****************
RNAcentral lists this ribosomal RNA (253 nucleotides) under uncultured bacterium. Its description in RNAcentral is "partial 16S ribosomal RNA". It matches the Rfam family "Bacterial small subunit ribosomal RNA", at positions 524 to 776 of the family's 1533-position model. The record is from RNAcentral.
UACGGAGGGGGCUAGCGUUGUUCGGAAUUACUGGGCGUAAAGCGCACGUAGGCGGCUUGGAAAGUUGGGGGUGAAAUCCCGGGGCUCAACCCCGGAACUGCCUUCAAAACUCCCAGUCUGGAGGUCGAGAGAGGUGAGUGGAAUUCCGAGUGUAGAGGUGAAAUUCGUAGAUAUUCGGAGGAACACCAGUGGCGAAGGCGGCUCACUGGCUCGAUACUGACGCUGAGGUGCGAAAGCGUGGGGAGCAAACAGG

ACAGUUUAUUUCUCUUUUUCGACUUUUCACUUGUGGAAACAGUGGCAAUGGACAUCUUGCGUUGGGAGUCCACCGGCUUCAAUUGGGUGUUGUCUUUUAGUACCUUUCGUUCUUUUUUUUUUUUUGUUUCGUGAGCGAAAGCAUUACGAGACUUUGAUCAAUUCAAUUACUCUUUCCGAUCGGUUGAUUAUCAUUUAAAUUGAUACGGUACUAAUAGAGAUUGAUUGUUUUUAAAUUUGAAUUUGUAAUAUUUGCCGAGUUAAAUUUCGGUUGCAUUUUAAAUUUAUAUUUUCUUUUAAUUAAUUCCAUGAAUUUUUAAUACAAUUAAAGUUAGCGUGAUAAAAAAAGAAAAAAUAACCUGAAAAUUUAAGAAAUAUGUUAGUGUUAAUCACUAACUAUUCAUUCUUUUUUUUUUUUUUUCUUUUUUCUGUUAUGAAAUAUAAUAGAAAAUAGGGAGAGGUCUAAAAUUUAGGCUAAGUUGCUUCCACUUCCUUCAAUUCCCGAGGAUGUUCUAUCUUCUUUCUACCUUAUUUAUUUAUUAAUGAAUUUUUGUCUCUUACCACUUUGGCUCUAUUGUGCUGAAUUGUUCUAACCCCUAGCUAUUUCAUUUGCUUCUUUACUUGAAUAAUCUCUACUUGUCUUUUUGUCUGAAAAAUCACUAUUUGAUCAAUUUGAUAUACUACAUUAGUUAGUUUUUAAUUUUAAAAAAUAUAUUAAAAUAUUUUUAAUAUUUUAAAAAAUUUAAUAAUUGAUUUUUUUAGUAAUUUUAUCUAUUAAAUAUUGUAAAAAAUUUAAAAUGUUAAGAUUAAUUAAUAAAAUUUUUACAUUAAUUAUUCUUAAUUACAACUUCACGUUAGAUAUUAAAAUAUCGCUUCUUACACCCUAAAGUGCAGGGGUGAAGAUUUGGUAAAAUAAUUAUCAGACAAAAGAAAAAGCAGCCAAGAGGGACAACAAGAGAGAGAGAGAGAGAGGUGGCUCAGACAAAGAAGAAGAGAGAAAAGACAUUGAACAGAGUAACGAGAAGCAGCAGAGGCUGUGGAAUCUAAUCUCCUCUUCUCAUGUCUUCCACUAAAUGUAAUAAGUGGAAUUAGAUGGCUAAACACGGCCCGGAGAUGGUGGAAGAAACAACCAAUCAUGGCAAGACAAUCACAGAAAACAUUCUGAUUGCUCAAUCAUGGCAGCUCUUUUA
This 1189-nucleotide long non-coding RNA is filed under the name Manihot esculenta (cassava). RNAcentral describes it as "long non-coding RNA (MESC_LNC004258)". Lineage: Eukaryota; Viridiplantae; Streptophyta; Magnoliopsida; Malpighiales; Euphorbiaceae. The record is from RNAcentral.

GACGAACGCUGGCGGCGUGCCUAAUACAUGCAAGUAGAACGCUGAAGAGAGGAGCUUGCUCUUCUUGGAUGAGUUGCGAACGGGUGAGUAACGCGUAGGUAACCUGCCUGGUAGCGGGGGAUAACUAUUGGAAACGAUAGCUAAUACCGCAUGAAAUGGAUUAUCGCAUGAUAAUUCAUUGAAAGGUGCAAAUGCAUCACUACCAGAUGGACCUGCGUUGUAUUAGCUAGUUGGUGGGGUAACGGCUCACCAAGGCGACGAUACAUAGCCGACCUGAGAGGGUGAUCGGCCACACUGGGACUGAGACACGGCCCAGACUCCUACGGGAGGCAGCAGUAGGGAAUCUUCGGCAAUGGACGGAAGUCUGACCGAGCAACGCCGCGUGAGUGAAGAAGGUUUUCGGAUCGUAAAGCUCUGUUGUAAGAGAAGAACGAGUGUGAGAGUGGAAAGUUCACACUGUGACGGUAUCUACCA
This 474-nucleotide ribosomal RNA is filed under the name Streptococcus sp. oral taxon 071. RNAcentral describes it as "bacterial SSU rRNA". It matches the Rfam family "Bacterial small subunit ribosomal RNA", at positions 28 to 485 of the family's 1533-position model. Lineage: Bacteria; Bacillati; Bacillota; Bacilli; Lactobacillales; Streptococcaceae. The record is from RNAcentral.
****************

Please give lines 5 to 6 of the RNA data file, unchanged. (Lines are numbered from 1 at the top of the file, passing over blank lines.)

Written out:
GACGAACGCUGGCGGCGUGCCUAAUACAUGCAAGUAGAACGCUGAAGAGAGGAGCUUGCUCUUCUUGGAUGAGUUGCGAACGGGUGAGUAACGCGUAGGUAACCUGCCUGGUAGCGGGGGAUAACUAUUGGAAACGAUAGCUAAUACCGCAUGAAAUGGAUUAUCGCAUGAUAAUUCAUUGAAAGGUGCAAAUGCAUCACUACCAGAUGGACCUGCGUUGUAUUAGCUAGUUGGUGGGGUAACGGCUCACCAAGGCGACGAUACAUAGCCGACCUGAGAGGGUGAUCGGCCACACUGGGACUGAGACACGGCCCAGACUCCUACGGGAGGCAGCAGUAGGGAAUCUUCGGCAAUGGACGGAAGUCUGACCGAGCAACGCCGCGUGAGUGAAGAAGGUUUUCGGAUCGUAAAGCUCUGUUGUAAGAGAAGAACGAGUGUGAGAGUGGAAAGUUCACACUGUGACGGUAUCUACCA
This 474-nucleotide ribosomal RNA is filed under the name Streptococcus sp. oral taxon 071. RNAcentral describes it as "bacterial SSU rRNA". It matches the Rfam family "Bacterial small subunit ribosomal RNA", at positions 28 to 485 of the family's 1533-position model. Lineage: Bacteria; Bacillati; Bacillota; Bacilli; Lactobacillales; Streptococcaceae. The record is from RNAcentral.